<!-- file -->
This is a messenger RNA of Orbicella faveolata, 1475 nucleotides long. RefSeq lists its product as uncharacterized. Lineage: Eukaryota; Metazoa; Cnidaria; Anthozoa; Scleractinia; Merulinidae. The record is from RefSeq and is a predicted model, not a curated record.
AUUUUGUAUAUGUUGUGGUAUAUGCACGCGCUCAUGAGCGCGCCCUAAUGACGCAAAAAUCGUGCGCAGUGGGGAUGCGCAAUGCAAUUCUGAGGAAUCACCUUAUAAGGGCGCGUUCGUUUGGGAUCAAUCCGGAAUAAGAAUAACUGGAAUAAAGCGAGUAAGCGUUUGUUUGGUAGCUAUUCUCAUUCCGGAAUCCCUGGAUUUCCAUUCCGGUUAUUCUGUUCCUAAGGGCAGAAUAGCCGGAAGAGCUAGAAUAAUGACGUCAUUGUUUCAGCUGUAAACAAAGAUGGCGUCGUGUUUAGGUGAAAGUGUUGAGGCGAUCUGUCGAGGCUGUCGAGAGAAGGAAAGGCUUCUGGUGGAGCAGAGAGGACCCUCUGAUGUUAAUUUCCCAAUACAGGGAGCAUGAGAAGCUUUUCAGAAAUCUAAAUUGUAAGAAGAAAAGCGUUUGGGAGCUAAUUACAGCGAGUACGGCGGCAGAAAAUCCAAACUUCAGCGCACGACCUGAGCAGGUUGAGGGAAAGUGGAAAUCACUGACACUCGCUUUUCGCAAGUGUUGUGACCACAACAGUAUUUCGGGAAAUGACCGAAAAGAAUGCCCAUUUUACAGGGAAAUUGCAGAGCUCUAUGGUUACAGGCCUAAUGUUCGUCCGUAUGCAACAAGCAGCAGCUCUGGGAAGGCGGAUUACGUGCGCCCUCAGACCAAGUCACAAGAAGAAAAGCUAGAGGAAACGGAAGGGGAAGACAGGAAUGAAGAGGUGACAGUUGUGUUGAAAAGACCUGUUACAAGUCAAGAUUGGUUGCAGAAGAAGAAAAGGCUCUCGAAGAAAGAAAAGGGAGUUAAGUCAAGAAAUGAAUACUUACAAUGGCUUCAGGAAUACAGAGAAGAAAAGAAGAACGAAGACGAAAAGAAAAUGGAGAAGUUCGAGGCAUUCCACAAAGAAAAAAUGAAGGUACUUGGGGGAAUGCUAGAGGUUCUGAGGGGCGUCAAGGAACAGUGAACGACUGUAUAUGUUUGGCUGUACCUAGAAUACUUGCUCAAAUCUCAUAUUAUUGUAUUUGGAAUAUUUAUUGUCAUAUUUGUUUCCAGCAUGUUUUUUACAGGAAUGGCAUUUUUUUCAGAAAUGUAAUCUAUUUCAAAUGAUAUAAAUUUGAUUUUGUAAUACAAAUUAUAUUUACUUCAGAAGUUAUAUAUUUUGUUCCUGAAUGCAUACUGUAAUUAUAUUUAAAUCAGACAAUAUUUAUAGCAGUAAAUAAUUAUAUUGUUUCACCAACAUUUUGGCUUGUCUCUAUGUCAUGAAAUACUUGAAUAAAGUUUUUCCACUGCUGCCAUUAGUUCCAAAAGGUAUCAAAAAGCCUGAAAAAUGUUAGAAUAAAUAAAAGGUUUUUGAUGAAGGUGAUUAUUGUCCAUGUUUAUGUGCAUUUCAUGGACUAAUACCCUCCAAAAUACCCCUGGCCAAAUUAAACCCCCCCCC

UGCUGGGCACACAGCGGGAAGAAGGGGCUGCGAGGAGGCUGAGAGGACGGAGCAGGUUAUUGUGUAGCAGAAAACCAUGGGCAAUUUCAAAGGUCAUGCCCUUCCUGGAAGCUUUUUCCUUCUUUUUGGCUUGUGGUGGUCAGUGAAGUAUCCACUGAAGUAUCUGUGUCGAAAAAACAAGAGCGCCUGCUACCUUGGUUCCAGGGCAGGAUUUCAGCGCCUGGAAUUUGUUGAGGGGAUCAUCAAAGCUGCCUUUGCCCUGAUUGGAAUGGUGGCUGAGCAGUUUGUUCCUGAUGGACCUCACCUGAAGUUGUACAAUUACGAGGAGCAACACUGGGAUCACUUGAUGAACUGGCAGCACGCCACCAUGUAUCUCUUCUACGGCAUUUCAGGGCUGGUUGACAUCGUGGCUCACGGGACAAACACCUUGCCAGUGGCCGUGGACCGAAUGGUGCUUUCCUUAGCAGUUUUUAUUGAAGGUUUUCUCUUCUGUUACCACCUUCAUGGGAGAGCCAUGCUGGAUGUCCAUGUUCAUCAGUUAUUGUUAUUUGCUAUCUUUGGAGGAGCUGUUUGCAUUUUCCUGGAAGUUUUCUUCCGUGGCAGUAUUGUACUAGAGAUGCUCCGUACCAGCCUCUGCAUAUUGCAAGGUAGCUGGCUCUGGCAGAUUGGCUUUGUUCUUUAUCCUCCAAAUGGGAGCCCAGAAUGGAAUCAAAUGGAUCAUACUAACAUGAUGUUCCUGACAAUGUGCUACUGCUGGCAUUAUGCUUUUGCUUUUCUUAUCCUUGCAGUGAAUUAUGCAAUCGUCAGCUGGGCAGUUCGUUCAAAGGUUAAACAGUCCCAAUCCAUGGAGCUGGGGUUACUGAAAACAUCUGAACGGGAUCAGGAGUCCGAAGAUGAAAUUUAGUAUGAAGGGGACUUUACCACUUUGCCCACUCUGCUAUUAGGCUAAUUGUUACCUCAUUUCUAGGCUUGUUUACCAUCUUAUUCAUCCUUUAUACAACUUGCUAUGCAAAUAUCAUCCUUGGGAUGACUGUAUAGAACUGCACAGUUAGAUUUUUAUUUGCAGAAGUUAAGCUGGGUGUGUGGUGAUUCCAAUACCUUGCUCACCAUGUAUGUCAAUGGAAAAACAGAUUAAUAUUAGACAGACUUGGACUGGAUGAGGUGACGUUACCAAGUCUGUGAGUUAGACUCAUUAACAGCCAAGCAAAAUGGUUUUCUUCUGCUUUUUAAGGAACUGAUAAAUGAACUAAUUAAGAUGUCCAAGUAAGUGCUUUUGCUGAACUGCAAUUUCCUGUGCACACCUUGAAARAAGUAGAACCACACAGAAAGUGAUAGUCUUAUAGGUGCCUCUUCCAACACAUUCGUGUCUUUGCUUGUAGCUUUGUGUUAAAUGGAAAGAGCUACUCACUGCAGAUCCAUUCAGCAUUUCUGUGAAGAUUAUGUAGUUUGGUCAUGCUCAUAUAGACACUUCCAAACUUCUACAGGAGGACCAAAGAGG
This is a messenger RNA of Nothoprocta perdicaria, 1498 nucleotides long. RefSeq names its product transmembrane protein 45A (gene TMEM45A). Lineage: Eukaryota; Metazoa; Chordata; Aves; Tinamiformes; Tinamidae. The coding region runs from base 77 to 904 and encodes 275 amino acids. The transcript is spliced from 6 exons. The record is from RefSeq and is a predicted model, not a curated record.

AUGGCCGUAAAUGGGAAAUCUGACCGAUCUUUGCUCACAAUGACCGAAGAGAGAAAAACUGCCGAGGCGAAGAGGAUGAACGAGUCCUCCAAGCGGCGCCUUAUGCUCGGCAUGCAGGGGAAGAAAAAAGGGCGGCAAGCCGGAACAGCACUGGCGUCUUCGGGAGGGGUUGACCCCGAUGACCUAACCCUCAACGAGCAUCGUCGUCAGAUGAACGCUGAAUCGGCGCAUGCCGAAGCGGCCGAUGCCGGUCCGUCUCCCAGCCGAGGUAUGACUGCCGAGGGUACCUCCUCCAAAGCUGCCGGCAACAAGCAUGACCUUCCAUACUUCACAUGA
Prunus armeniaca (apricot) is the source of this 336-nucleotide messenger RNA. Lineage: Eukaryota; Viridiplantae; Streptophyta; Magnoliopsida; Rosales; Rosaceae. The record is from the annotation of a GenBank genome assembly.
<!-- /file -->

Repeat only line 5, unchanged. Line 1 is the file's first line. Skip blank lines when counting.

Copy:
AUGGCCGUAAAUGGGAAAUCUGACCGAUCUUUGCUCACAAUGACCGAAGAGAGAAAAACUGCCGAGGCGAAGAGGAUGAACGAGUCCUCCAAGCGGCGCCUUAUGCUCGGCAUGCAGGGGAAGAAAAAAGGGCGGCAAGCCGGAACAGCACUGGCGUCUUCGGGAGGGGUUGACCCCGAUGACCUAACCCUCAACGAGCAUCGUCGUCAGAUGAACGCUGAAUCGGCGCAUGCCGAAGCGGCCGAUGCCGGUCCGUCUCCCAGCCGAGGUAUGACUGCCGAGGGUACCUCCUCCAAAGCUGCCGGCAACAAGCAUGACCUUCCAUACUUCACAUGA